About the Book :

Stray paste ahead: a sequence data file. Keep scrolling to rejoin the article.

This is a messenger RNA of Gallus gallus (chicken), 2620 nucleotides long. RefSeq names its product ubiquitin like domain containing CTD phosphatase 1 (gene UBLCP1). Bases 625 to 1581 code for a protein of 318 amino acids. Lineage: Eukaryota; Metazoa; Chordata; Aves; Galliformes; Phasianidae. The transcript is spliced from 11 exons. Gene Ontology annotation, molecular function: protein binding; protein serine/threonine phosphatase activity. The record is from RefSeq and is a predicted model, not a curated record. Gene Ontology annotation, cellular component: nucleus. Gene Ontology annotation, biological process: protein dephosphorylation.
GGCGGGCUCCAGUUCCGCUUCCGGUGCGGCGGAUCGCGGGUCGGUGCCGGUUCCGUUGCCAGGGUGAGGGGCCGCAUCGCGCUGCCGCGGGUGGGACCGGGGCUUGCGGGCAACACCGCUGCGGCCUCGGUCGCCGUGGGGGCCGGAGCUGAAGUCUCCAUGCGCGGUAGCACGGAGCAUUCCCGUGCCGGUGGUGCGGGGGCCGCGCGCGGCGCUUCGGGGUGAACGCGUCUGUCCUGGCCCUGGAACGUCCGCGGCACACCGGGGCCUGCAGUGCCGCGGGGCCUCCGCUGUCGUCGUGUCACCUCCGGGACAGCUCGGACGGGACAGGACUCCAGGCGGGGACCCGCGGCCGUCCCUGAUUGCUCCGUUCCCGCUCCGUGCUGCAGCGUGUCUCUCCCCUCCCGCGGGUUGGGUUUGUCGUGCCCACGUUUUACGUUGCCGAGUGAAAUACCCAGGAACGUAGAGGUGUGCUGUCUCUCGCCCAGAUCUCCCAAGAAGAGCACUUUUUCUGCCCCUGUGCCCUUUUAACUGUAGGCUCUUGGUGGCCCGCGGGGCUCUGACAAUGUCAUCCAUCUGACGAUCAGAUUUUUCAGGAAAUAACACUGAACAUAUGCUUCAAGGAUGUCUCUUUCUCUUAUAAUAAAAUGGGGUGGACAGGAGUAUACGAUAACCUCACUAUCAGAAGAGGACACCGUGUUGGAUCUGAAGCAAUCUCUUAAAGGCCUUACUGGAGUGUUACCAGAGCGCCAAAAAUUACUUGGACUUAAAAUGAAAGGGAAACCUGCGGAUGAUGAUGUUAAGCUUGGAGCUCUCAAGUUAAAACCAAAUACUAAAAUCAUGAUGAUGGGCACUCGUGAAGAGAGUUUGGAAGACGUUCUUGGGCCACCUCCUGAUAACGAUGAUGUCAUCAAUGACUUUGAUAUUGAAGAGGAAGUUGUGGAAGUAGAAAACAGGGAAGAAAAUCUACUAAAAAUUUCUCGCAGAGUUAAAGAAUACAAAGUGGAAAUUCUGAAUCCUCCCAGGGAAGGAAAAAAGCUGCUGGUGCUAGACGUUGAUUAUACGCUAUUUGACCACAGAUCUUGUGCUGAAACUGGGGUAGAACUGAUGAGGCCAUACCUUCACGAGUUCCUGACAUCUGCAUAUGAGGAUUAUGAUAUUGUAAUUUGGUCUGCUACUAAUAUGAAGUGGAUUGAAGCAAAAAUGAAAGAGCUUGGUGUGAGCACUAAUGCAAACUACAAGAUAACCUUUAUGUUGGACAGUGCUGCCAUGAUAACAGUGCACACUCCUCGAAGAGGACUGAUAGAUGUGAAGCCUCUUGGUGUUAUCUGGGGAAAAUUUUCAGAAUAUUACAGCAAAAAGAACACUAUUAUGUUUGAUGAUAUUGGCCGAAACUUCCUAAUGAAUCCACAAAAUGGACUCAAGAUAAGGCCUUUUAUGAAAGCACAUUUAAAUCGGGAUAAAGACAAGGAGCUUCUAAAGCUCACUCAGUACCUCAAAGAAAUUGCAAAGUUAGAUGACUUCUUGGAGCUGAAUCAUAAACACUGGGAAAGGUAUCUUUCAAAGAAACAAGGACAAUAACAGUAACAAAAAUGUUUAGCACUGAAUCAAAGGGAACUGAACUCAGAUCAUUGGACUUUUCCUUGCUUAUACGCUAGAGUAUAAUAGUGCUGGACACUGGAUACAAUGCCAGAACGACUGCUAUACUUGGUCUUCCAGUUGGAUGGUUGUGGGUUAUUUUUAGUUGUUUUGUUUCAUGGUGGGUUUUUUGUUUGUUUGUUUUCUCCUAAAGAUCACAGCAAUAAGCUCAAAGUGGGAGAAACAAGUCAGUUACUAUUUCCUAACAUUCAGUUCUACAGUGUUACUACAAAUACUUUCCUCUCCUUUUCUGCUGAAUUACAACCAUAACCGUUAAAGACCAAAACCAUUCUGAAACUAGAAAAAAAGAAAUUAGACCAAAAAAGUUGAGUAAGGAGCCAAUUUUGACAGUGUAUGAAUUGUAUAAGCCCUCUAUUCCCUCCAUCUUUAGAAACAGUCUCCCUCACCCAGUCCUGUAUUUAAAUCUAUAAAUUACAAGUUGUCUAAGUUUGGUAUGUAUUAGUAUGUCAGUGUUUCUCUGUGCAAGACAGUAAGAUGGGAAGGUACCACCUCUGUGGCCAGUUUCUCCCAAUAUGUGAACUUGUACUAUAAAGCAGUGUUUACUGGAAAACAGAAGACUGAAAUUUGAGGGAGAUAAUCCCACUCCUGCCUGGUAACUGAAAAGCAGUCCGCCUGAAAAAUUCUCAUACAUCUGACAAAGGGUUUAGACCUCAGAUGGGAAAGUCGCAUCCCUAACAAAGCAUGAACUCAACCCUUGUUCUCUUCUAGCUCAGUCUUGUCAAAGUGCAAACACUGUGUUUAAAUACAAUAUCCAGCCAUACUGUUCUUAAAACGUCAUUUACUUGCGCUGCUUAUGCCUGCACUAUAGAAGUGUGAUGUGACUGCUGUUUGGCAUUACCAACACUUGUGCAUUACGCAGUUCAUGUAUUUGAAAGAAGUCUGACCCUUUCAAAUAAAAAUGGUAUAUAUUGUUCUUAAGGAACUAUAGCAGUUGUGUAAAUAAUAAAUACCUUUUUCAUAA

This study emphasizes, for the first time, the water conduits in the Kathmandu Valley. Water conduits represent a building type, which dates back to the dawn of Nepalese history, namely to the Licchavi dynasty of the mid-sixth century AD. They are designed with a high degree of skill, thus competing with the best building monuments found in the Kathmandu Valley. The aim of this study is to give a clear idea of the function and architecture of water conduits. The subject is addressed from the urban and social point of view, as well as by the detailed evaluation of selected examples. Particular attention is given to the publication of drawings, which document six selected water conduits. The drawings are not merely a means of illustration but, most importantly, a result of investigation. The architecture of the Kathmandu Valley has been studied in depth by scholars, building experts and visitors for the past twenty-five years. Interest has been focussed on the numerous religious and secular building types above surface level, such as temples, monasteries, inns, palaces and dwellings. Publications include studies on architectural and art history, traditional building history and urban planning aspects, most of them emphasizing the cultural and ritual background of building and construction in the Kathmandu Valley. Both scientific studies and technical reports on practical restoration work are available. The author had the privilege of being included in the restoration team of the Bhaktapur Development Project (BDP), from 1974-79. Subsequently, in 1982, my Ph.D. thesis on Design Principles of the Architecture of the Kathmandu Valley--with particular reference to construction and form was published. Despite the great effort of many scholars to cover the various aspects of architecture in the Kathmandu Valley, both in general and in detail, very little attention has so far been given to the traditional technical infrastructure of the Newars. The group of buildings to be summarized under the term water architecture deserve much more extensive consideration. This group comprises wells, water conduits (or water fountains) and ponds, including their supply and drainage systems, and also the riverside ghats, used for cremation. Within the framework of this publication the centre of interest will rest on the water conduits. Newar water conduits are designed with a high degree of skill thus competing with the best building monuments to be found in the Kathmandu Valley. In addition, these water conduits represent a building type dating back to the dawn of Nepalese history, namely the Licchavi dynasty of the mid-sixth century AD. Water conduits have, therefore, been of great importance for at least fifteen centuries. The changing situation in urban and even village life, particularly with regard to the introduction of modern water supply systems, has led to the loss or damage of the majority of traditional water conduits. Nevertheless the number of existing examples is still large enough to give us an idea of both their function and their architecture. The aim of this study is to give a clear view of the function and the architecture of the water conduits in the Kathmandu Valley. A large number of the latter was investigated, with regard to function and use on the one hand and construction and architecture on the other, in order to produce a fund of data for reasonable comparison. The subject will be studied from the point of view of urban design as well as from the detailed evaluation of selected water conduits, which are mainly located in the three cities of the valley. Particular attention will be given to the publication of a drawing documentation of these selected buildings. Great effort was made by the technical team employed by the author to produce large-scale documentation drawings. The drawings, therefore, occupy a central role in this study, not merely as a means of illustration but to reinforce the results of the investigation. Additionally, a number of drawings will be included which result from the restoration activities of the Bhaktapur Development Project in which the author himself was directly involved.